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Picking Apart a Still Life

July 15, 2009

Being a child of the pre-internet 1970s, I sometimes struggle with the personal dilemma of whether someone you know only from online can ever truly be a “friend” in the sense we knew growing up. That said, I try to be both modern and open-minded and adapt to changing times.

So today’s post features the work of a friend of mine. He is a professional food photographer by trade. (He photographs a lot of the stuff you see on menus in restaurants.) With his permission, I’m going to pick apart a photo he did recently. My aim here is to explain exactly what I do and don’t like about the photo and why. My intent is that such a discussion help readers to become better photographers themselves.

365_breakfasts-197, originally uploaded by Walter_Ezell.

On Walter’s Flickr page he explains the lighting setup he used. He uses a kind of shorthand that is easily understood by experienced photographers but don’t be too concerned if it’s unclear to you. The technical details aren’t important unless you’re trying to copy his result. What I like about the lighting is that it leaves only very subtle shadows, all of which are deliberately placed. A complete lack of shadows in a shot like this would have looked very unnatural.

I also like that all the colors in the image fall in the same range. They complement, rather than compete with, one another.

Shallow depth of field — having your foreground in sharp focus but your background out of focus — is all the rage these days. I personally find it grossly overused by many photographers. I see far too many photos where the photographer went for the absolute shallowest depth of field his lens could deliver, as though that alone were the whole point of his taking the photograph. There’s even a group on Flickr with over 33,000 members and over 350,000 photos, all dedicated to this very proposition. Being the professional that he is, Walter did not succumb to that trap. I know the lens he used and know full-well that it is capable of much shallower depth of field than is seen here. In fact, Walter’s EXIF data reveals that he stopped his lens down 3.5 stops from its maximum, indicating that he was exercising very deliberate control over his depth of field.

I love that the primary subject — the plate of food and accompanying cup of coffee — are fully contained within the image frame but all supporting subjects run off the frame edges. This takes an otherwise static image and makes it appear very dynamic.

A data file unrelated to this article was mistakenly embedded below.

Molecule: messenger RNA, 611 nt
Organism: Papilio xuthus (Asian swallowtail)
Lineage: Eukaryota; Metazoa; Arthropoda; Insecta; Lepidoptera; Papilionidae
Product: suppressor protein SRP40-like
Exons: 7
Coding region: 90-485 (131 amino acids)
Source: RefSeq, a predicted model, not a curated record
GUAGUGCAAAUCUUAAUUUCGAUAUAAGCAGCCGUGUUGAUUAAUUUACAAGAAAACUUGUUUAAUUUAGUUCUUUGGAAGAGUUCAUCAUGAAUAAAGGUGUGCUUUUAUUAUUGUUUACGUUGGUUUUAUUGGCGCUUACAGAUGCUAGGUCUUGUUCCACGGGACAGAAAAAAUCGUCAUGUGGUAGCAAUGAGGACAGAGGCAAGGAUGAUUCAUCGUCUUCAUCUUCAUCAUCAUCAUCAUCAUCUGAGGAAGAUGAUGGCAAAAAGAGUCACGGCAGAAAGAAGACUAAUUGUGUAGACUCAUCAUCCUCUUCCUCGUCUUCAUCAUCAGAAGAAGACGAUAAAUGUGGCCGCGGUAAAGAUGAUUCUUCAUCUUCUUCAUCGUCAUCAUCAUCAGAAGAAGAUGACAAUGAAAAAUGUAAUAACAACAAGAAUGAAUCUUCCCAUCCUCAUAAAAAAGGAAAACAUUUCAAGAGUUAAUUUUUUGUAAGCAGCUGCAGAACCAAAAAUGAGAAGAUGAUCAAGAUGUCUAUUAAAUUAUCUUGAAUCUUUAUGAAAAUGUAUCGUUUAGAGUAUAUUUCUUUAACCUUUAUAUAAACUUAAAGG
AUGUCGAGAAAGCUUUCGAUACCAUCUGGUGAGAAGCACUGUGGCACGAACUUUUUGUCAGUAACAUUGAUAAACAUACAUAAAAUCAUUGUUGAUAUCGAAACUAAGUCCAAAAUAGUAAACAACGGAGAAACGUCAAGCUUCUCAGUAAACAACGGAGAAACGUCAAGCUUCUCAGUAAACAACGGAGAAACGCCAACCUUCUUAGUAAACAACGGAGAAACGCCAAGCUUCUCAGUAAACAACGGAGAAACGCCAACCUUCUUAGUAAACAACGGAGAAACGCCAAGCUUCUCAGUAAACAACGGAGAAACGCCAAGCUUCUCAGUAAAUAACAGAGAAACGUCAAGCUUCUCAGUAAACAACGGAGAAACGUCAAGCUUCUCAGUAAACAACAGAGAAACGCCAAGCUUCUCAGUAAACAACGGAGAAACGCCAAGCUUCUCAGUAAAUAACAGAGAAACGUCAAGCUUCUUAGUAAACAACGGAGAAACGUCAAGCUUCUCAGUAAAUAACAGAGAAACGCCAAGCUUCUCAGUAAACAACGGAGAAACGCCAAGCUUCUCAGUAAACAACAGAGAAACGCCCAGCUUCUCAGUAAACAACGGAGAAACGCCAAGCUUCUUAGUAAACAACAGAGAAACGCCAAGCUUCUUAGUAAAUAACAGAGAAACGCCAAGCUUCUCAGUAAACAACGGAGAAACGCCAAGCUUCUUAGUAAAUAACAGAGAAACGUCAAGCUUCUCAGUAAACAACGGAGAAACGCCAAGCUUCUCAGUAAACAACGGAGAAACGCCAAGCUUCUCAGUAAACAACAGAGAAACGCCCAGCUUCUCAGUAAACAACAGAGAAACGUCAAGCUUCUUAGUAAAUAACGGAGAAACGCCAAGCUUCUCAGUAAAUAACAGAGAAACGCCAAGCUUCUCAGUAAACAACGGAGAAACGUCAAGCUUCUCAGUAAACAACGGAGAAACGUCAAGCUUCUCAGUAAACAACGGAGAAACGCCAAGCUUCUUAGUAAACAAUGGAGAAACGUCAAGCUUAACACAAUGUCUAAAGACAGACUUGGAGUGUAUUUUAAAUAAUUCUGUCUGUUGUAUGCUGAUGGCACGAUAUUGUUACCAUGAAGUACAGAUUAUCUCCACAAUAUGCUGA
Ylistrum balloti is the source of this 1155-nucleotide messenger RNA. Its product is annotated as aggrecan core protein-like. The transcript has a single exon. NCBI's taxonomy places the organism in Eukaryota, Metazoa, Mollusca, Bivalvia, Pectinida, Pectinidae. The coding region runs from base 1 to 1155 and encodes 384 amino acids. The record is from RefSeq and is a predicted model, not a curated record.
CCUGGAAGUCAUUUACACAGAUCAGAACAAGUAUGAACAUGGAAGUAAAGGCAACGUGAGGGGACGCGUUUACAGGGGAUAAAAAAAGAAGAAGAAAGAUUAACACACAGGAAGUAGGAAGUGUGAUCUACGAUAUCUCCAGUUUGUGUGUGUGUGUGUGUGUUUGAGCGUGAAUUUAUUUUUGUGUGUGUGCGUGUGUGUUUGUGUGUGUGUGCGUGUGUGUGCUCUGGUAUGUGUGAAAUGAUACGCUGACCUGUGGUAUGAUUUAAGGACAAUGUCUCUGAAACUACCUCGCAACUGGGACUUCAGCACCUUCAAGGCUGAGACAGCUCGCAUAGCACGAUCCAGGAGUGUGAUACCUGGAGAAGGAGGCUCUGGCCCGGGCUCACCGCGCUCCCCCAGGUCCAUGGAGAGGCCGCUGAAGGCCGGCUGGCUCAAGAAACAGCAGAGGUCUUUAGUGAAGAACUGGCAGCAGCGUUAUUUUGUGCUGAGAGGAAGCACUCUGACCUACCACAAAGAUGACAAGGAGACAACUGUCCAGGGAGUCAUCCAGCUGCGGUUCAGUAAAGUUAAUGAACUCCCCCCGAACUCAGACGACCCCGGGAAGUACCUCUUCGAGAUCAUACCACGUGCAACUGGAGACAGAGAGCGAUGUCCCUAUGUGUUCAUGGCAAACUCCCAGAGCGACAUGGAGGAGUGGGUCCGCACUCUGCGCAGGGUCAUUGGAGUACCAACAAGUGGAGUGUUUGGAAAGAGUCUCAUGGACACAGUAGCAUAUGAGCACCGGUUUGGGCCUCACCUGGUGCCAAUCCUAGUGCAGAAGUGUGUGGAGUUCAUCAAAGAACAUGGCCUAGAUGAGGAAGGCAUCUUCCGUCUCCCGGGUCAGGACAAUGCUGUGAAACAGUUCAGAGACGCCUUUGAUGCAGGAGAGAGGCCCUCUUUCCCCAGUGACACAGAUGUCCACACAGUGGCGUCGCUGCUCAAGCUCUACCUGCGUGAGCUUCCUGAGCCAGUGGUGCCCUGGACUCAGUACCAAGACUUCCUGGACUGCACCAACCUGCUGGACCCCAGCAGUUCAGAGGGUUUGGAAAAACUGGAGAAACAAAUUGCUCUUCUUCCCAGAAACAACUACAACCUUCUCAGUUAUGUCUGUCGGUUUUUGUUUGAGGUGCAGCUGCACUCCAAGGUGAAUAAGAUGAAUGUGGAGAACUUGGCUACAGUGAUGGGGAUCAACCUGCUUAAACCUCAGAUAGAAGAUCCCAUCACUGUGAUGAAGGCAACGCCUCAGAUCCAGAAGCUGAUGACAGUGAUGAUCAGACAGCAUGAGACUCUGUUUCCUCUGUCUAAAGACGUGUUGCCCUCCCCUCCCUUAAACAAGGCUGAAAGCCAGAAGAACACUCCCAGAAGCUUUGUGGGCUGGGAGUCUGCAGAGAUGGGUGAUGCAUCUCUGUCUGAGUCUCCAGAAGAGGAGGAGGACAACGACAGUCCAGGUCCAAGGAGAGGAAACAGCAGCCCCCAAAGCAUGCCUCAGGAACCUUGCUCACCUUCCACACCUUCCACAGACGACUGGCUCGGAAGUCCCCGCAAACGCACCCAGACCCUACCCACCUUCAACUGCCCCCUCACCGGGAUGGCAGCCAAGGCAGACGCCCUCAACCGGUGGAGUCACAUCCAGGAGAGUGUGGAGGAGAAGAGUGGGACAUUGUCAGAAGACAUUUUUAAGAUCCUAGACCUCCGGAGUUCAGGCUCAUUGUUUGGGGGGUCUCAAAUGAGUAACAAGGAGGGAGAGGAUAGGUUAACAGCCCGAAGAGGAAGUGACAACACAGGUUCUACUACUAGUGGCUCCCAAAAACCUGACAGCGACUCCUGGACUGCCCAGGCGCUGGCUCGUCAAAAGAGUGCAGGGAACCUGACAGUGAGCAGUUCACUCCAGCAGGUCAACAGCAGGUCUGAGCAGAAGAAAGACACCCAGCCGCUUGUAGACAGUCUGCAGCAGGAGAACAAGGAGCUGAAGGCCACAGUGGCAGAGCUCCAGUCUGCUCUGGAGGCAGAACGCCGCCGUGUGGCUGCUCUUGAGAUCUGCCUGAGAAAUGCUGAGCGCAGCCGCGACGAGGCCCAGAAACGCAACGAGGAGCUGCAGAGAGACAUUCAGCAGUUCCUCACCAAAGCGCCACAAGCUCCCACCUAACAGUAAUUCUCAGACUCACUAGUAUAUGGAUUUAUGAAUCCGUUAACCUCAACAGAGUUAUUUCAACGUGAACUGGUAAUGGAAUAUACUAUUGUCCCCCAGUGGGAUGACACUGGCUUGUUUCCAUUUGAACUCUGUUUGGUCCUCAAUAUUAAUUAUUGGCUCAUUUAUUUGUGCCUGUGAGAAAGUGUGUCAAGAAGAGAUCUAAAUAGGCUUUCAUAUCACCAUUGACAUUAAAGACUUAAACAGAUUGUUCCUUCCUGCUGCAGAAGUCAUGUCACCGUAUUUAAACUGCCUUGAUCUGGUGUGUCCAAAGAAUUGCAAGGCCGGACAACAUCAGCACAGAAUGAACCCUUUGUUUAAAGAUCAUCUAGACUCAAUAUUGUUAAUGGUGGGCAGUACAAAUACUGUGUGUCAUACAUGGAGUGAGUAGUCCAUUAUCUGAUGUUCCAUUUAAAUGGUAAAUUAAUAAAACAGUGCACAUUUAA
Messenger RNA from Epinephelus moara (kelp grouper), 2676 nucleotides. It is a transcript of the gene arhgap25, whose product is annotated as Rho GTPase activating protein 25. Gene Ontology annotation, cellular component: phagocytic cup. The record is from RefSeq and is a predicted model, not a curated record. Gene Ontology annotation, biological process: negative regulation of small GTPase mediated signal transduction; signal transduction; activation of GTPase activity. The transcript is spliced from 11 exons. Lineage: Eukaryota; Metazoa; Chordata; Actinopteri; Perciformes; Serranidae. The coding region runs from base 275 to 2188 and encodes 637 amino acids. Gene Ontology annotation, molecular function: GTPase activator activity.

The biggest nit I have to pick has to do with the jelly jar on the left side of the image. I’ve never done food photography professionally but I have done commercial photography and the rule when doing any kind of product photography is that you never show a label with an identifiable brand name unless the brand belongs to your client. In that event, you should highlight the label in some way, making it a prominent element in the composition. Walter broke this rule by featuring the label but cutting it off at the edge of the image frame. That weakens the image.

I like that the food completely covers the plate and that the pieces of toast are not perfectly aligned. It is as if they were haphazardly tossed onto the plate, and yet just slightly too perfect to be truly haphazard. This is the epitome of why professionals are worth the money they charge; they know how to improve on reality and still make it believable.

My final comment on this image has nothing to do with the image itself. That is that this was Walter’s breakfast. He actually ate this food once he was done photographing it. (Much food photography is designed more for visual than gustatory appeal. In fact, some is not at all edible — think Elmer’s glue in place of spilled milk.) But I want you to think for a moment about what it took to lay out this arrangement, set up all the lighting, test, make adjustments, get the final shot and still be able to sit down to breakfast while it was still hot. A true professional if ever there was one.

(All of the above is precisely the kind of critique I offer to anyone for the bargain basement price of just $2.50 per image. If you think such insights can help you become a better photographer, visit

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